It took me longer than I care to admit to to realize what I was doing, and even longer still to break that pattern. I still find myself slipping once in a while, but once I recognize the pattern starting to happen, I will often refer to my monthly project list, and find something on there that feels like I can handle it. I tell myself I’ll try the new game I wanted to write about for half an hour, or that I’ll do around 50 stitches on a cross-stitch pattern I’m working on. Usually, it’s enough to break me out of that cycle, even if whatever task I initially choose doesn’t stick.
Having a quick reference of things I want to do – or at the very least, want to get done – often gets me back on track. Where I maybe couldn’t choose from all the various options available to me, I find it far easier to choose one of eight to ten line items.
The Satisfaction of Faux Productivity
So. What do I mean by faux productivity? Well, it’s a crutch I rely on when for whatever reason either my brain or my body won’t allow me to do what it considers to be real work. It’s work that doesn’t actually matter. There’s no consequences for missing a deadline, or ignoring a task, but it does allow for a spark of happy chemicals in the brain for making progress towards a goal.
As someone who struggles with both mental and physical health issues, and is still fighting the programming that tells me that my worth as a person is inherently tied to my productivity, training myself to be satisfied by checking things off on a list that don’t actually need doing has pulled me out of a rut more times than I can count. No one is going to be upset with me if I don’t play that game, write that blog post, or watch that movie I said I was going to. More importantly, I’m not going to be upset with myself. It’s all carrot, no stick; it feels good to do it, but it doesn’t feel bad when I don’t.
Having goals centered around reading books and watching television give me something that feels meaningful on days I can barely get out of bed. Working on this blog and on craft projects give me something concrete I can look at and remind myself that I am doing things, even if they’re not the things society tells me I should be focusing on. It’s okay that these aren’t the things that are valued by the world; they’re things that I find valuable, and most of the time, that’s enough for me.
Sure, I realize that this is just a form of psychological chicanery, but I’m also not about to sabotage something that works when so very many things don’t.
Keeping a Tangible Record of Progress
This is, in a lot of ways, another little mental health trick. Usually, to do lists are destined for the nearest trash can whenever they’re either all checked off or given up on. Instead, I keep mine – digitally, and on the internet, sure, but I can always go back and see what I’ve done.
Time has felt very weird for the past few years, and having a record of how (at least in part) I spent the months that all seem to blend together has kept me grounded. It gives me a small semblance of structure, something that marks the passage of time, and a reference when I get down on myself. In fact, I’ve found it valuable enough that I think if I were to stop blogging for whatever reason, I’d keep something very similar in a journal.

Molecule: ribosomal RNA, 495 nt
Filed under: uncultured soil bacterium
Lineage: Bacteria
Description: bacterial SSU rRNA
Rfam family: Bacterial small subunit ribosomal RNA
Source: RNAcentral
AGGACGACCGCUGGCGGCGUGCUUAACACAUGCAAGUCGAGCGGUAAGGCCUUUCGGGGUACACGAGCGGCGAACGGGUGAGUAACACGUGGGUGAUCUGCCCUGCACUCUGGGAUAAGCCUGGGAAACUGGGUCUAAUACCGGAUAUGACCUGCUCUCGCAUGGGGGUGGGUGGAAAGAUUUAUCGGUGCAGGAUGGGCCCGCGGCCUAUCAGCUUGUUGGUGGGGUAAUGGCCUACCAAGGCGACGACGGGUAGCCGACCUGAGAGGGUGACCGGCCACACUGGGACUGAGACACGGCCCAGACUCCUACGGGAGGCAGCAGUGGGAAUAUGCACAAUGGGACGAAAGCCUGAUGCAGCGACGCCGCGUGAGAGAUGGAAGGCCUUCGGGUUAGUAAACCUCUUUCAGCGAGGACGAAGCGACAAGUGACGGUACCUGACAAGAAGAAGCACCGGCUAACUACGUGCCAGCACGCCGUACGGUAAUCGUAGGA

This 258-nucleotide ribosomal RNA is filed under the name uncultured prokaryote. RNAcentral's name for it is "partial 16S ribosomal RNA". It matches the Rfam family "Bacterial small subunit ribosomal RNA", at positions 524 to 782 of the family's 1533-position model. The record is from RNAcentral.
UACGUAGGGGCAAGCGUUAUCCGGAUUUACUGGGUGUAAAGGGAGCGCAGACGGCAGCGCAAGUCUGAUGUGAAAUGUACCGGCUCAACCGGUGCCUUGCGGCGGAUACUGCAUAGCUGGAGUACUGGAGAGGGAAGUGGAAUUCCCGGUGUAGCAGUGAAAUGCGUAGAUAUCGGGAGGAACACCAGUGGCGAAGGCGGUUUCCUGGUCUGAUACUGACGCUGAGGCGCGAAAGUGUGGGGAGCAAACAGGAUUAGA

As a bonus, it reminds me to make space and time in my life for things that bring me joy. That it’s okay to have goals that don’t lead to more money, or a cleaner house, or whatever else it is I’m supposed to be striving for. That it is perfectly acceptable to want things just for myself sometimes.
If you are a person who sets goals for yourself around your leisure-time activities, why do you do it? Does anything I talked about here resonate with you, or do you have completely different reasons?
If you aren’t a person who sets these kinds of goals, have you ever considered it? Do you think you might get something from it?
Feel free to respond in the comments, or if you prefer, to talk about this topic in your own space.
It seems to me that I’ve read more than once that blog posts made on Sundays tend to get far less interaction than ones that are posted any other day of the week. I think that might actual be part of the reason I decided to schedule this maybe-semi-regular series for Sunday. You see, I’m not entirely sure it belongs here. I’m not entirely sure it belongs anywhere.
I’ve always said that I don’t do New Year’s Resolutions, and I don’t, at least not in the strictest sense. I will admit, however, that there’s merit in the concept; there’s something about the surreal nature of the winter holiday season that leaves me craving a major life-tidy just about as soon as they’ve passed. I usually end up channeling a non-insignificant amount of energy into changing something about my behavior or environment that’s been bugging me during the first few months of a new year.
However, 2022 was a particularly difficult year for me personally, and I’m finding the dissatisfaction I’m feeling with the … well, with pretty much everything, actually … is quite strong. It’s left me feeling a more than a little scattered. As someone who best organizes her thoughts through list-making and note-taking, I think maybe this is a reasonable natural progression. Sure, it’s a bit out of my general scope, but I suspect it’ll connect up in some ways as I write my way through.
This isn’t going to be weekly, but every now and then, I will use this space to talk a little bit about something I’m working on in my life. Whether that be about struggles with health issues (both mental and physical), problems with organizational tasks, or figuring out where to cultivate more joy, whatever is on my mind I’m going to try to put down on the page – um, screen.
Outside of Blaugust, I rarely post anything on Sundays, so if you’re here solely for the general nerdery, you won’t be missing anything but some random ramblings by skipping out on these. I’m not 100% sure where I want to go with this series just yet, but I do know that the only way to find out is to begin and the beginning.